Edible

My largest concern with this game is the unknown. I have not gotten to try the final levels to see how the confrontations work, nor have I gotten to experience the game with a full complement of bots, or a large variety of floors. This leaves me with questions.

Will the game start to feel repetitive and solvable? Though you will want to differentiate the different bots through their skills, will that be a best practice, or will unlocking their abilities feel like you are just hamstringing yourself?

My other warning I issue, is that even though the resource management of your power if a delightful part of the game, I am concerned that if you manage it poorly at the beginning of the game you are simply setting yourself up for a frustrating failure.

Bringing it all together

burncycle is a stealth game that has reinvented the way I view Chip Theory Games. I had them pegged as being masters of dice chucking, find fun ways to smash the bad guys in the face. Yet here is a game that is a stealth, programmer game, with a solid dose of resource management. Bot only that, but it is absolutely intriguing. There are some outstanding questions remaining: how do the boss levels work? Will the game be solvable? Can you recover from poor early plays? And these questions will only be answered over time as the development of the game continues. Yet for me, this is a game that really looks to be one that can reach the upper echelons of the stealth AND programmer genres.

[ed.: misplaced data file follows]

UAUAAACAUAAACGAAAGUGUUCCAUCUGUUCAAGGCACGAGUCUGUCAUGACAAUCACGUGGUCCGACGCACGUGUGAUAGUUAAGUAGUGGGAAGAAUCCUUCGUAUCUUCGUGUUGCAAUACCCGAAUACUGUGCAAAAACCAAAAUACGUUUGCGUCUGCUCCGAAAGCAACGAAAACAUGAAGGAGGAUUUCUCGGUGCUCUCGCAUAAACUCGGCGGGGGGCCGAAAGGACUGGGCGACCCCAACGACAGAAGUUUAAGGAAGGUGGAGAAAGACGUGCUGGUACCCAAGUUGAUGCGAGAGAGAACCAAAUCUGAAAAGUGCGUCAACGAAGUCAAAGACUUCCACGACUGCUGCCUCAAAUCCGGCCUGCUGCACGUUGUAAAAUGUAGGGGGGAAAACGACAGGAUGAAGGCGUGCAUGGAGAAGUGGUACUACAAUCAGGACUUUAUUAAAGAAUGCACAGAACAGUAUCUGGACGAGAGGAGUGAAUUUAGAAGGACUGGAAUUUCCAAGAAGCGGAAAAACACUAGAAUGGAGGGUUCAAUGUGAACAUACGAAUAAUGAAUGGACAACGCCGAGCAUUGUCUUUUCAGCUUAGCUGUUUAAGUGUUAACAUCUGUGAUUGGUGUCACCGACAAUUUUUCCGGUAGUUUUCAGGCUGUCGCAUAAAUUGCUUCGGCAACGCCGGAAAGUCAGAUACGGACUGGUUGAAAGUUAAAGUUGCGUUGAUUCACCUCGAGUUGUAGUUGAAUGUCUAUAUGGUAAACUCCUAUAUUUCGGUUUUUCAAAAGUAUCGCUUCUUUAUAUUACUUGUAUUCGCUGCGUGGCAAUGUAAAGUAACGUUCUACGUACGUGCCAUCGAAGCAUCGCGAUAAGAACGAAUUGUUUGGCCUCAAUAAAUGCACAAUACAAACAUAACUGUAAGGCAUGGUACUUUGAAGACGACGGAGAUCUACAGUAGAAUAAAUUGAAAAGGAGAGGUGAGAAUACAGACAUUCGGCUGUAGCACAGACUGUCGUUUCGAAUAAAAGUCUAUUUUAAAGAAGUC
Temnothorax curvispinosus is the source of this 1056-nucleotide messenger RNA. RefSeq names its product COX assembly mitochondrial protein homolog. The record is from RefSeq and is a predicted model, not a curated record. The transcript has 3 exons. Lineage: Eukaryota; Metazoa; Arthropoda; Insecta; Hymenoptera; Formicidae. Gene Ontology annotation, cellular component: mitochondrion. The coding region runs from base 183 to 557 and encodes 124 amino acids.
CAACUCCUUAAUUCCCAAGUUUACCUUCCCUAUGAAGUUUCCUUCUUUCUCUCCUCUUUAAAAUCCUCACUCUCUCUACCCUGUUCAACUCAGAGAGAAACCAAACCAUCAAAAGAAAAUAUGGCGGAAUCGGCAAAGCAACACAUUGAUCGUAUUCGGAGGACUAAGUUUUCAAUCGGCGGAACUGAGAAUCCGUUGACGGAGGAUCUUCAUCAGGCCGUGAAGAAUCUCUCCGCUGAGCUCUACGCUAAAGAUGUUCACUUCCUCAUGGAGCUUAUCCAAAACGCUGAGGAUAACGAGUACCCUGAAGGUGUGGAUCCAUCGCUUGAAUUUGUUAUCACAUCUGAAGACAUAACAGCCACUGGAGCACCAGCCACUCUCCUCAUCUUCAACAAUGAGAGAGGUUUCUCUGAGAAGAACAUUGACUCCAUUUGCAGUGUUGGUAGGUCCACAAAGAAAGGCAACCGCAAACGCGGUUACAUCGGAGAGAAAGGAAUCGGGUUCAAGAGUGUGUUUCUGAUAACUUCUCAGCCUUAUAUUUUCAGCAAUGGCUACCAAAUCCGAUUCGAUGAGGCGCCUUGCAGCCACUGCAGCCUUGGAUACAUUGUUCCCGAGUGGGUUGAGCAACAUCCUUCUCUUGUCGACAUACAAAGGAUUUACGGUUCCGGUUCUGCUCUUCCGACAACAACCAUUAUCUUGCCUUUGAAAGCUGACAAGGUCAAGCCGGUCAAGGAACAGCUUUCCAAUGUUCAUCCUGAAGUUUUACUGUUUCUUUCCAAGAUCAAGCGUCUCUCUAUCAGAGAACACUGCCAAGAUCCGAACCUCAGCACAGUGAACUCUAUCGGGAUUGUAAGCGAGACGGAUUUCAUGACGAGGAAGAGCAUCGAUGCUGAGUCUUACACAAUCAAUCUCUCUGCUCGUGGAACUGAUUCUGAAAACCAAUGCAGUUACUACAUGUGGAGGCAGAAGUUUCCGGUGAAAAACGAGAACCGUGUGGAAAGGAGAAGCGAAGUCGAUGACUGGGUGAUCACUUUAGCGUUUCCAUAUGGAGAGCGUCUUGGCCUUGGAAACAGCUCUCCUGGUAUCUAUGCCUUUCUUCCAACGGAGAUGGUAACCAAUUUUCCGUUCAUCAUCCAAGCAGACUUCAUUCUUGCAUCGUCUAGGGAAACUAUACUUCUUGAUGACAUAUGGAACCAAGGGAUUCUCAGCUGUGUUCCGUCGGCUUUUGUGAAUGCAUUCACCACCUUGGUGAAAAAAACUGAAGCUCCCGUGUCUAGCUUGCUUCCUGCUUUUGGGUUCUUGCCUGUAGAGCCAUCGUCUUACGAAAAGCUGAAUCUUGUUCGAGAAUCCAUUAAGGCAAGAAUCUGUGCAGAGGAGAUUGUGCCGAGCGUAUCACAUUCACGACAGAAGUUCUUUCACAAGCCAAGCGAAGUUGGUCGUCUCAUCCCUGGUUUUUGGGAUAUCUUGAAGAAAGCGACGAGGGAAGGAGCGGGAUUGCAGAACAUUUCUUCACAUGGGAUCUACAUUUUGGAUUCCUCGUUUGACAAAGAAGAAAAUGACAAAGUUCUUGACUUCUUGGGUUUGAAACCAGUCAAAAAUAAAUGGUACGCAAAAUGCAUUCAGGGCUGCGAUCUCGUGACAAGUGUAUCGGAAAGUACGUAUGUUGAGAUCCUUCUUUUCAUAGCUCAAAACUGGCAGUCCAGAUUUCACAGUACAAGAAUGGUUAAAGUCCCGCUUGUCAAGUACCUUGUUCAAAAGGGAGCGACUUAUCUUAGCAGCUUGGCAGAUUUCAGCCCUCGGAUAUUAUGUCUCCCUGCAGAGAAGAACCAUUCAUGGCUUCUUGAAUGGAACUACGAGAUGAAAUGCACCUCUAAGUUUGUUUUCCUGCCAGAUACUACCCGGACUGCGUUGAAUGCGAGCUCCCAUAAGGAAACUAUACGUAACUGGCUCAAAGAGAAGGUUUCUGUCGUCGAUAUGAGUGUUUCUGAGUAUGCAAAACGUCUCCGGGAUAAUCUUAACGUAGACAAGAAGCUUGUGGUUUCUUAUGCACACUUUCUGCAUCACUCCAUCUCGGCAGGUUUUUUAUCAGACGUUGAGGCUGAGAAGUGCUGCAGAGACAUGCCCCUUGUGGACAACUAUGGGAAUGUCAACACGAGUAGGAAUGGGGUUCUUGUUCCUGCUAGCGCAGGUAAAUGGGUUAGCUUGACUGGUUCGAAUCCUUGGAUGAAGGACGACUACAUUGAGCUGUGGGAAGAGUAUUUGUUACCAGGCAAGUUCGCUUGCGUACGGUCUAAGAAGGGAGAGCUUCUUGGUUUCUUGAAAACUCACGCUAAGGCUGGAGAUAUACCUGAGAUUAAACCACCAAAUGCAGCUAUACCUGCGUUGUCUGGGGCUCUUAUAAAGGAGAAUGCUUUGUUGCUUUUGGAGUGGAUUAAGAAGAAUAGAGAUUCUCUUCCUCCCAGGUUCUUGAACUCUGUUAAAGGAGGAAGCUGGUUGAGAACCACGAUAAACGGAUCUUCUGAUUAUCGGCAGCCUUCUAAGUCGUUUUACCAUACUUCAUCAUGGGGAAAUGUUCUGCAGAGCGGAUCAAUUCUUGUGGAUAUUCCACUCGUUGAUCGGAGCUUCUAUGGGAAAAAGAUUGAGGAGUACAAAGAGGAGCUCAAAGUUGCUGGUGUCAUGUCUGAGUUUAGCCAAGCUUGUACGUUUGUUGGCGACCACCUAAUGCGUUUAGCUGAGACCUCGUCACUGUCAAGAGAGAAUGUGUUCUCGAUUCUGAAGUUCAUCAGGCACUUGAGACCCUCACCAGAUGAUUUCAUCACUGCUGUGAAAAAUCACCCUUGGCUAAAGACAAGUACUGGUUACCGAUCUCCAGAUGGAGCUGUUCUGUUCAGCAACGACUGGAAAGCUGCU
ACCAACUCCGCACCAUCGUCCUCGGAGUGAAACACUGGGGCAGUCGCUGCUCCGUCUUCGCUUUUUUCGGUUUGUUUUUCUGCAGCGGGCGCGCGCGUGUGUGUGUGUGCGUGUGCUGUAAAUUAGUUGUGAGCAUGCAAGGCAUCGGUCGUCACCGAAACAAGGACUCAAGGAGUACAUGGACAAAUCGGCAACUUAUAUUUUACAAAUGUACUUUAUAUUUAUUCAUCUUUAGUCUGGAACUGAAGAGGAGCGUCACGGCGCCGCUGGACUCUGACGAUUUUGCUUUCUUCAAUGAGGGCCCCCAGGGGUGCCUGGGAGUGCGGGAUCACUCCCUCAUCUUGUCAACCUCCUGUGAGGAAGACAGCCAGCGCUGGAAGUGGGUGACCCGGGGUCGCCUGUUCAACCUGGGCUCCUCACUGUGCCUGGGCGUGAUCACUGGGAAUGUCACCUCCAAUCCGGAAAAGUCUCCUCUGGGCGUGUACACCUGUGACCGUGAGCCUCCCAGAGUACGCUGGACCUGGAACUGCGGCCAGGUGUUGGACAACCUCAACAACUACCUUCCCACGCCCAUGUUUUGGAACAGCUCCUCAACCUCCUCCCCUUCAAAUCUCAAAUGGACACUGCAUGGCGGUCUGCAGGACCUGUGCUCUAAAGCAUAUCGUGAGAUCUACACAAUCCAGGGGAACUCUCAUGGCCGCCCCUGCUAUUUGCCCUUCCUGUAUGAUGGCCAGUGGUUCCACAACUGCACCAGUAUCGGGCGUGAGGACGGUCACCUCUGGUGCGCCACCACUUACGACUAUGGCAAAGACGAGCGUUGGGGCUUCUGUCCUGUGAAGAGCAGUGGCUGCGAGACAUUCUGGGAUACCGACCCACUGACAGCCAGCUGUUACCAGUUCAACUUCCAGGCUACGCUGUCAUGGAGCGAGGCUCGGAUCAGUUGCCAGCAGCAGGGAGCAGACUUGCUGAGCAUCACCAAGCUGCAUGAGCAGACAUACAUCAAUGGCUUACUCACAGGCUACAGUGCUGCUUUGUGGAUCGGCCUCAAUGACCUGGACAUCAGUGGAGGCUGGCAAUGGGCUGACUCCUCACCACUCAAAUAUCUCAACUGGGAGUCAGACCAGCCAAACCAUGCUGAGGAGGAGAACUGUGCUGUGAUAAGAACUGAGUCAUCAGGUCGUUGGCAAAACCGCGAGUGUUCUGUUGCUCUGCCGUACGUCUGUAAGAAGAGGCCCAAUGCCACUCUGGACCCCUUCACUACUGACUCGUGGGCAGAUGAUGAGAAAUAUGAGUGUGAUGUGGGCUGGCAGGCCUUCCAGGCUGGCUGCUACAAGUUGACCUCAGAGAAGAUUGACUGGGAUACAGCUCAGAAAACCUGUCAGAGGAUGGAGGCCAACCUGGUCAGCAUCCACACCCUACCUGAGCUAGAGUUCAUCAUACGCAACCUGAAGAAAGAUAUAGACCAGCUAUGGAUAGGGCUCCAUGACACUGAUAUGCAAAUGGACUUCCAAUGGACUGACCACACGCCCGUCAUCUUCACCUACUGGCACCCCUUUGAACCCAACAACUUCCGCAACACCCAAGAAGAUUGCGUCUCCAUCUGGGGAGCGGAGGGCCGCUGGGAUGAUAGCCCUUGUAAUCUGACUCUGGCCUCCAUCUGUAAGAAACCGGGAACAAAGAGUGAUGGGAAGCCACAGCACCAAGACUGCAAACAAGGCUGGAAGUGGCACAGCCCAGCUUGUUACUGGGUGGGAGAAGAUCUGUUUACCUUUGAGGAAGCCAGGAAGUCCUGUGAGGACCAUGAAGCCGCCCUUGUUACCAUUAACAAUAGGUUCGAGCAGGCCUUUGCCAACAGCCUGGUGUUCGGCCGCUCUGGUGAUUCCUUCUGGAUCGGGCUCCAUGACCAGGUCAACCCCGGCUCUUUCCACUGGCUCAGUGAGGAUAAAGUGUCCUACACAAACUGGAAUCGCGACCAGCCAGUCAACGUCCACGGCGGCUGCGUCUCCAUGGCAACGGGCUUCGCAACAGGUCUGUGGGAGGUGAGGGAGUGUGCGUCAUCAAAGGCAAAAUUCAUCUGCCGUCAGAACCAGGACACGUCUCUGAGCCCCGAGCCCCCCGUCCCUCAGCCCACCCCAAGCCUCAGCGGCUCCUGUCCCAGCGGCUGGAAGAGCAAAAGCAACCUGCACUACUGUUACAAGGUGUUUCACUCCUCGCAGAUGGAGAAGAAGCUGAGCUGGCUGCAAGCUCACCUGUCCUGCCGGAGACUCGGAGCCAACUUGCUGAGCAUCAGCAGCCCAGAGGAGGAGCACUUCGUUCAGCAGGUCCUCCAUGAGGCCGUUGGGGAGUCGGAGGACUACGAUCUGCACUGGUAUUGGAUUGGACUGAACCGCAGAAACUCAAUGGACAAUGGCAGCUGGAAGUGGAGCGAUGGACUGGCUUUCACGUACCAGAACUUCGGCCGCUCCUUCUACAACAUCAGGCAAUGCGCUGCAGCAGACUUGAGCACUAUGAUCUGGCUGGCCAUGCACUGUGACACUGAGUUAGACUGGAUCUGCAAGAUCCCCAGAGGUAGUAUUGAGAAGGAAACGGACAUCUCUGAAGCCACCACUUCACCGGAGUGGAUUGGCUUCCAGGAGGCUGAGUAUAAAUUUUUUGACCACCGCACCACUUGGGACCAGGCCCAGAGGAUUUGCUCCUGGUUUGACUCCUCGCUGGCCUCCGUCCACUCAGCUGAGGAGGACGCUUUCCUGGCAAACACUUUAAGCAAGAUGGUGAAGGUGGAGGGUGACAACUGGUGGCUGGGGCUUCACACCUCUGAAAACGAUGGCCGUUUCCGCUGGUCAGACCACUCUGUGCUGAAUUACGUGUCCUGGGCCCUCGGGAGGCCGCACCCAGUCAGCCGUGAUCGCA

If we bots knew you would talk so much we would not have brought you back

* Unique feeling stealth/programmer game
* Simpler than the other CTG big box games by a significant amount
* Has a very cool aspect of resource management baked into the dice/upgrade system
* Could be solvable, and might be too punishing if you make poor leveling choices from the get go
* One of the more promising titles I have gotten to check out in recent months, I am very excited to see where it goes

Trust Me, I'm a Superhero

About Will "Hungry" Brown

Will "Hungry" Brown is an actor, producer, teacher, and passionate board game player, hoping to find new games and help you find new games to play. Will AKA The Hungry Gamer, has stepped up to fill the role of Lead Board Game Reviewer here at G33K-HQ!